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Opinions Feb. 1, 2013

February 1, 2013
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7th Circuit Court of Appeals
Eugene Devbrow v. Dr. Eke Kalu, et al.
12-2467
U.S. District Court, Southern District of Indiana, Indianapolis Division, Judge Larry J. McKinney.
Civil. Reverses judgment for the defendants on prisoner Devbrow’s suit that two prison doctors and a prison nurse were deliberately indifferent to his serious medical needs in violation of the Eighth Amendment. The statute of limitations for a Section 1983 deliberate-indifference claim brought to redress a medical injury doesn’t begin to run until the plaintiff knows of his injury and its cause, so his suit is timely.

Indiana Court of Appeals
Travis Koontz v. State of Indiana
29A05-1202-CR-77
Criminal. Grants rehearing to correct a misstatement of the law, but affirms original opinion that held Koontz waived any claim of an illegal sentence by entering into a plea agreement that reduced his penal exposure. Judge Baker would reverse as previously stated in his dissenting opinion.

Judy Canada v. Countrywide Home Loans, Inc., Bank of America, N.A., BAC GP, LLC, and BAC Home Loans Services, LP (NFP)
49A05-1203-PL-154
Civil plenary. Affirms grant of a motion to reconsider filed by Bank of America in which the trial court reaffirmed its dismissal of Count I of Canada’s class action brought as a Complaint For Fraud on the court and dismissed Count II, which contained an allegation of violations of the Indiana Racketeer Influenced and Corrupt Organizations Act.

Alvino Pizano v. IDOC Commissioner Bruce Lemmons, IDOC Parole Chairman Gregory Server, CIF Superintendent Wendy Knight (NFP)
48A02-1209-MI-770
Miscellaneous. Affirms dismissal of lawsuit.

Term. of the Parent-Child Rel. of: Se.L.; N.L.; G.L.; J.L.; Sh.L.; L.L.; & I.L. (Minor Children), and D.L. (Mother) v. The Indiana Dept. of Child Services (NFP)
48A02-1207-JT-537
Juvenile. Affirms termination of parental rights.

Christopher Hanneman v. State of Indiana (NFP)
67A05-1207-CR-344
Criminal. Affirms conviction of Class B misdemeanor criminal mischief.

Theresa Pressinell v. State of Indiana (NFP)

20A03-1206-CR-267
Criminal. Affirms sentence following guilty plea to two counts of dealing in methamphetamine as Class A felonies.

Larry Johnson v. State of Indiana (NFP)
82A01-1111-CR-602
Criminal. Affirms denial of motion to correct error.

The Indiana Supreme Court and Tax Court posted no opinions by IL deadline.
 

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  1. CCHP's real accomplishment is the 2015 law signed by Gov Pence that basically outlaws any annexation that is forced where a 65% majority of landowners in the affected area disagree. Regardless of whether HP wins or loses, the citizens of Indiana will not have another fiasco like this. The law Gov Pence signed is a direct result of this malgovernance.

  2. I gave tempparry guardship to a friend of my granddaughter in 2012. I went to prison. I had custody. My daughter went to prison to. We are out. My daughter gave me custody but can get her back. She was not order to give me custody . but now we want granddaughter back from friend. She's 14 now. What rights do we have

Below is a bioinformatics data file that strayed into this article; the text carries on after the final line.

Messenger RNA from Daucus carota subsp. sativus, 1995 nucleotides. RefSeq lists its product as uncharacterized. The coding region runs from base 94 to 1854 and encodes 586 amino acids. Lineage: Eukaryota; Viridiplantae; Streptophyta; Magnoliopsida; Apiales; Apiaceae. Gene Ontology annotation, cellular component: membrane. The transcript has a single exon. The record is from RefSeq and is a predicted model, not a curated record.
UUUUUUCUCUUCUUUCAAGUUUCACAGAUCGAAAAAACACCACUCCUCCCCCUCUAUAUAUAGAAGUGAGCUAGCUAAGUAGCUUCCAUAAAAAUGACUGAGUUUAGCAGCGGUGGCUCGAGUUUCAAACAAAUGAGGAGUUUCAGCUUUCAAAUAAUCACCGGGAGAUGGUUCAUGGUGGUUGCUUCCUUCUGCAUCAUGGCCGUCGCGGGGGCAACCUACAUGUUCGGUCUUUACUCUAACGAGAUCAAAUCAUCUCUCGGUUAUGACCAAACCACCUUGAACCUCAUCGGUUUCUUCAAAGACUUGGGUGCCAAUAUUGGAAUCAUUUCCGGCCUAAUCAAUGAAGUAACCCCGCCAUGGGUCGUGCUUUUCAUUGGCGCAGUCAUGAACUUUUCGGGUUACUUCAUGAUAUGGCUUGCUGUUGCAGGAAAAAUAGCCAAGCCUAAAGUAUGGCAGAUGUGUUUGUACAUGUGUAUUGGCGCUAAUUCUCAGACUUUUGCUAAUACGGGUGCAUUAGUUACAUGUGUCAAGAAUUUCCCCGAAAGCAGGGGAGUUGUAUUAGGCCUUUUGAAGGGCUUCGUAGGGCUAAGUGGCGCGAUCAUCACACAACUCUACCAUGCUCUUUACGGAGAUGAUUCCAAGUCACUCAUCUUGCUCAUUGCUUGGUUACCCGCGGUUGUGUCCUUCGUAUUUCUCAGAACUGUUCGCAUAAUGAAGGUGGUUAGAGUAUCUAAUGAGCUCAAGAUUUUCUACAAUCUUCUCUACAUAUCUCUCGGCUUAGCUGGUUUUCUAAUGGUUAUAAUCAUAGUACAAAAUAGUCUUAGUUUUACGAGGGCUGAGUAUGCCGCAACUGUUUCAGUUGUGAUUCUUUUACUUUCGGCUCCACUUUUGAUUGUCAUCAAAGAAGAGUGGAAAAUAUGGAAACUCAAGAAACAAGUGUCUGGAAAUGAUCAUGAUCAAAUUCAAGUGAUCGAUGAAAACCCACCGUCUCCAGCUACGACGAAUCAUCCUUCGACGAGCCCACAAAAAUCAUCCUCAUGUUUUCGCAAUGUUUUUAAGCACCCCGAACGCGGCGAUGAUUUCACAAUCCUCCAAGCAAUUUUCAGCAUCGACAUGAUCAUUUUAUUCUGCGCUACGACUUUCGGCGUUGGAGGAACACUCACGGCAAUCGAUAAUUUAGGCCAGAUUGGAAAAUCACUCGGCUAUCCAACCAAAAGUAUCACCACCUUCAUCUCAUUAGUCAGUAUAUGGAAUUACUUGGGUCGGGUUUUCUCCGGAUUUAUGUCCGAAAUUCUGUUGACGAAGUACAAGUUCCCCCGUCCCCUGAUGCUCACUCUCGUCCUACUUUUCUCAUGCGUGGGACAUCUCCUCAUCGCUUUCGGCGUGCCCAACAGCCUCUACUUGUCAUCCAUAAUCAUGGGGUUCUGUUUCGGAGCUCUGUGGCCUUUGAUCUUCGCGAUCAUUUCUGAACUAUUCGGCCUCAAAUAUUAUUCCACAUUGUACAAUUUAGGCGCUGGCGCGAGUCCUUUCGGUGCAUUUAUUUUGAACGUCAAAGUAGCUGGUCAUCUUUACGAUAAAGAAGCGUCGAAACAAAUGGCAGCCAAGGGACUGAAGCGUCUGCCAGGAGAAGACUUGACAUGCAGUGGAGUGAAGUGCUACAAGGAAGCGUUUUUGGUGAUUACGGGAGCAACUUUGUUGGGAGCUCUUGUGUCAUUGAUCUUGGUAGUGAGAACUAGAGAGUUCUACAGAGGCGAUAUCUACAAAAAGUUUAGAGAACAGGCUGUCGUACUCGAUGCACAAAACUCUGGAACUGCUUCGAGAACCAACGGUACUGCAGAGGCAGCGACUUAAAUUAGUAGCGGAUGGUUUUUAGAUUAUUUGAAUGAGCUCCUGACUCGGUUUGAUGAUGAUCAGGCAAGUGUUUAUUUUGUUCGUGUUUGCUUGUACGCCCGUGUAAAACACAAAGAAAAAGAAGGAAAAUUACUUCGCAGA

3. This sure is not what most who value good governance consider the Rule of Law to entail: "In a letter dated March 2, which Brizzi forwarded to IBJ, the commission dismissed the grievance “on grounds that there is not reasonable cause to believe that you are guilty of misconduct.”" Yet two month later reasonable cause does exist? (Or is the commission forging ahead, the need for reasonable belief be damned? -- A seeming violation of the Rules of Profession Ethics on the part of the commission) Could the rule of law theory cause one to believe that an explanation is in order? Could it be that Hoosier attorneys live under Imperial Law (which is also a t-word that rhymes with infamy) in which the Platonic guardians can do no wrong and never owe the plebeian class any explanation for their powerful actions. (Might makes it right?) Could this be a case of politics directing the commission, as celebrated IU Mauer Professor (the late) Patrick Baude warned was happening 20 years ago in his controversial (whisteblowing) ethics lecture on a quite similar topic: http://www.repository.law.indiana.edu/cgi/viewcontent.cgi?article=1498&context=ilj

  4. I have a case presently pending cert review before the SCOTUS that reveals just how Indiana regulates the bar. I have been denied licensure for life for holding the wrong views and questioning the grand inquisitors as to their duties as to state and federal constitutional due process. True story: https://www.scribd.com/doc/299040839/2016Petitionforcert-to-SCOTUS Shorter, Amici brief serving to frame issue as misuse of govt licensure: https://www.scribd.com/doc/312841269/Thomas-More-Society-Amicus-Brown-v-Ind-Bd-of-Law-Examiners

  5. Here's an idea...how about we MORE heavily regulate the law schools to reduce the surplus of graduates, driving starting salaries up for those new grads, so that we can all pay our insane amount of student loans off in a reasonable amount of time and then be able to afford to do pro bono & low-fee work? I've got friends in other industries, radiology for example, and their schools accept a very limited number of students so there will never be a glut of new grads and everyone's pay stays high. For example, my radiologist friend's school accepted just six new students per year.

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